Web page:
U.S. Supreme Court Justice Antonin Scalia predicted that when the high court struck down state laws against homosexuality in the Lawrence v. Texas case in 2003 and more recently a portion of the Defense of Marriage Act (DOMA), it would only be a matter of time before the court would force states to recognize homosexual marriages – and ultimately other types as well. Polygamists, for example, already are advancing a case in the federal courts, using the same arguments exploited by homosexuals.
We now have a U.S. Supreme Court judge saying that anyone who disagrees with homosexual marriage is a bigot and a hatemonger.
Justice Anthony Kennedy, who wrote the majority opinions in both cases, cited “animus” as justification for doing so. States, Kennedy reasoned, that recognize only heterosexual marriage do so out of animus to “demean” and deny homosexuals the same privilege. Thus state governments’ rationale is steeped in bigotry, discrimination and hatred against homosexuals. This is outrageous. He must think Missourians were motivated by bigotry when they voted by a 71-29 percent margin in 2005 amending their state constitution to say that marriage is solely between a man and a woman. Perhaps more disturbing is we now have a U.S. Supreme Court judge saying that anyone who disagrees with homosexual marriage is a bigot and a hatemonger. Imagine the implications for say, a preacher, who declares homosexuality to be a sin. Kennedy’s language suggests they will be in serious trouble.
Homosexuals – with a federal hate crimes law, the nation’s judiciary, the Democrat Party (which, don’t forget, affirmed homosexual marriage at its national convention in 2012) and the news media in their pockets – are going to put the First Amendment to the ultimate test. Their goal has never been marriage, but rather total acceptance of their lifestyle and that includes silencing opposition. But we are not there yet.
Kennedy’s opinions in Lawrence v. Texas and DOMA do not specifically say states must recognize homosexual marriages, but the writing is on the wall. Kennedy’s opinions are invitations for federal lawsuits by homosexuals demanding their marriages be recognized. Kennedy even hints they will succeed. Scalia, in his powerful dissent in the DOMA case, warned of such impending developments: “As far as this Court is concerned, no one should be fooled; it is just a matter of listening and waiting for the other shoe (to drop).”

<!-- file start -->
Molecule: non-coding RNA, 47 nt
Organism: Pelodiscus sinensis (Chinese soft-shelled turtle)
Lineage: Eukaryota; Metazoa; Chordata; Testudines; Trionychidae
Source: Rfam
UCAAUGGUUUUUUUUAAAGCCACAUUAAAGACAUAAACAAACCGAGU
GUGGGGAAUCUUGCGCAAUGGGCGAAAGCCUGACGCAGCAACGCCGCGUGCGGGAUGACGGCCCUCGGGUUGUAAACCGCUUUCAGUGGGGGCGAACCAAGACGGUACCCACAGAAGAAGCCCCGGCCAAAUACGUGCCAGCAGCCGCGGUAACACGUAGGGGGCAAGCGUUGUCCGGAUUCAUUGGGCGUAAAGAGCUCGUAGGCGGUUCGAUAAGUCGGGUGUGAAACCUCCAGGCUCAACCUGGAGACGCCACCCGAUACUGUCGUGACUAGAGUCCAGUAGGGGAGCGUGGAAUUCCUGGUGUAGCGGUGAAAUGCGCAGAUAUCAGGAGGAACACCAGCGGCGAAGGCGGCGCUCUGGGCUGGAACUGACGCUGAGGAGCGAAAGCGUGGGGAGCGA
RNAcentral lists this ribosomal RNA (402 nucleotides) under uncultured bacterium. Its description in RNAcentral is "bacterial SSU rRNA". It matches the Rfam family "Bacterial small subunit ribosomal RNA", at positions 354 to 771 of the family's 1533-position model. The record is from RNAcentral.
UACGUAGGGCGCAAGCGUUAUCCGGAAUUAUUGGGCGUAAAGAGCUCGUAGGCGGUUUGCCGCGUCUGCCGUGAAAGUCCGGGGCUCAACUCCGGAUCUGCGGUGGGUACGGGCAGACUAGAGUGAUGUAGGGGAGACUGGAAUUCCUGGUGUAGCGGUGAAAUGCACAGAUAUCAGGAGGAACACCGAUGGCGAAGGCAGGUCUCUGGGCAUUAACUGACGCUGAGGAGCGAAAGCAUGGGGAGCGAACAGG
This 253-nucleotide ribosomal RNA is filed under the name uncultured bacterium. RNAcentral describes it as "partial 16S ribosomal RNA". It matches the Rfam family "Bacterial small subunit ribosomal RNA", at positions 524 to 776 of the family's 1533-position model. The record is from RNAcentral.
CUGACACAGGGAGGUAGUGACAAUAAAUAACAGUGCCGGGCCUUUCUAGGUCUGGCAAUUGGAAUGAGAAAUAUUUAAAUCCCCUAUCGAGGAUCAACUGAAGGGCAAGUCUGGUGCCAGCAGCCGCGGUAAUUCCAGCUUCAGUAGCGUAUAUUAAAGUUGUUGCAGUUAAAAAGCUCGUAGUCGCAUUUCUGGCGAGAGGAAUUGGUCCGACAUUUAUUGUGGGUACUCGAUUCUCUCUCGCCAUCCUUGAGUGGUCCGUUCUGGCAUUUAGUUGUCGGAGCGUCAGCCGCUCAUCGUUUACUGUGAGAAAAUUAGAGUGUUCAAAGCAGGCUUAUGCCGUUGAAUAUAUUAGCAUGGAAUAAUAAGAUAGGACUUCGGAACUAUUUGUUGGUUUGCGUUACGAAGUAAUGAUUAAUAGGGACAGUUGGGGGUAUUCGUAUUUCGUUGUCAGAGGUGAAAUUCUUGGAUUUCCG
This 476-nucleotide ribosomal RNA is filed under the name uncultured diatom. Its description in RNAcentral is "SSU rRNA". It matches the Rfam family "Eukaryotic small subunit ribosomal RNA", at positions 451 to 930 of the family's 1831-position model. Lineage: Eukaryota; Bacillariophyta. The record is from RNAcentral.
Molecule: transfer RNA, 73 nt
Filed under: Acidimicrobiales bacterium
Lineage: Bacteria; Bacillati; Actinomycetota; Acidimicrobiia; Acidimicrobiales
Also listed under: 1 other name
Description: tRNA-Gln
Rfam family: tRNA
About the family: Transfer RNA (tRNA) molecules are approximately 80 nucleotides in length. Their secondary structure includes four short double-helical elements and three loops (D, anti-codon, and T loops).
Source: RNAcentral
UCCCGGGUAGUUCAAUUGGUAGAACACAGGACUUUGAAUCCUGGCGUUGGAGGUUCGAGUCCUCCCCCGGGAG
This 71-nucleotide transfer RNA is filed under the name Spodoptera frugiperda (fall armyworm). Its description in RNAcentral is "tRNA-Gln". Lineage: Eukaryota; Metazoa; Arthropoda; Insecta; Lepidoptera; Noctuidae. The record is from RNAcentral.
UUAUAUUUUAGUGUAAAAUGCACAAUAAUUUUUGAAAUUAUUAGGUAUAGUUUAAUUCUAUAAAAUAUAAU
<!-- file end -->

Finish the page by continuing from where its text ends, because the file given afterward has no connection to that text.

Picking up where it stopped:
It’s raining shoes.
Six federal lawsuits already have been filed challenging state laws banning homosexual marriage in New Jersey, Pennsylvania, Illinois and Nevada and in recent days in Kentucky and Ohio. Situations like the one involving John Arthur of Cincinnati, who is dying of Lou Gehrig’s disease, and his partner, Jim Obergefell, are among the federal suits filed. On July 11 Arthur and Obergefell flew to a Maryland airport and got married in the plane while sitting on the airport tarmac. They flew back to Cincinnati and sued state and local officials, demanding Ohio recognize their marriage.
In 2004, Ohioans voted by a 62-38 percent margin to amend the state constitution, defining marriage as between a man and a woman. None of that mattered to federal Judge Timothy Black, who ruled July 22 that Arthur could be listed as “married” on his death certificate and Obergefell listed as his surviving “spouse” to ensure that they can be buried next to each other in Arthur’s family plot, which is in a cemetery that only allows descendants and spouses.
In his decision ordering the marriage to be recognized on Arthur’s death certificate, Black, an Obama appointee, said Ohio law historically has recognized out-of-state marriages as valid as long as they were legal where they took place, citing marriages between cousins and involving minors.
“How then can Ohio, especially given the historical status of Ohio law, single out same-sex marriages as ones it will not recognize?” wrote Black. “The short answer is that Ohio cannot.”
Harvard Law School professor Mark Tushnet said the stage is set for hundreds of gay married couples living in states that ban homosexual marriage to file lawsuits similar to the Ohio case. “They’re already beginning to bubble up and almost certainly a fair number of them are going to be decided in favor of the married couples,” he said.
Most of the 35 states that ban or limit gay marriage, if not all of them, recognize lawful marriages performed in other states and that will lend success to other lawsuits, some believe. Sooner or later one will reach Justice Kennedy and the Supremes. Homosexuals know they cannot win at the ballot box in all 50 states, not even close. But as we are learning, there is more than one way to skin a cat.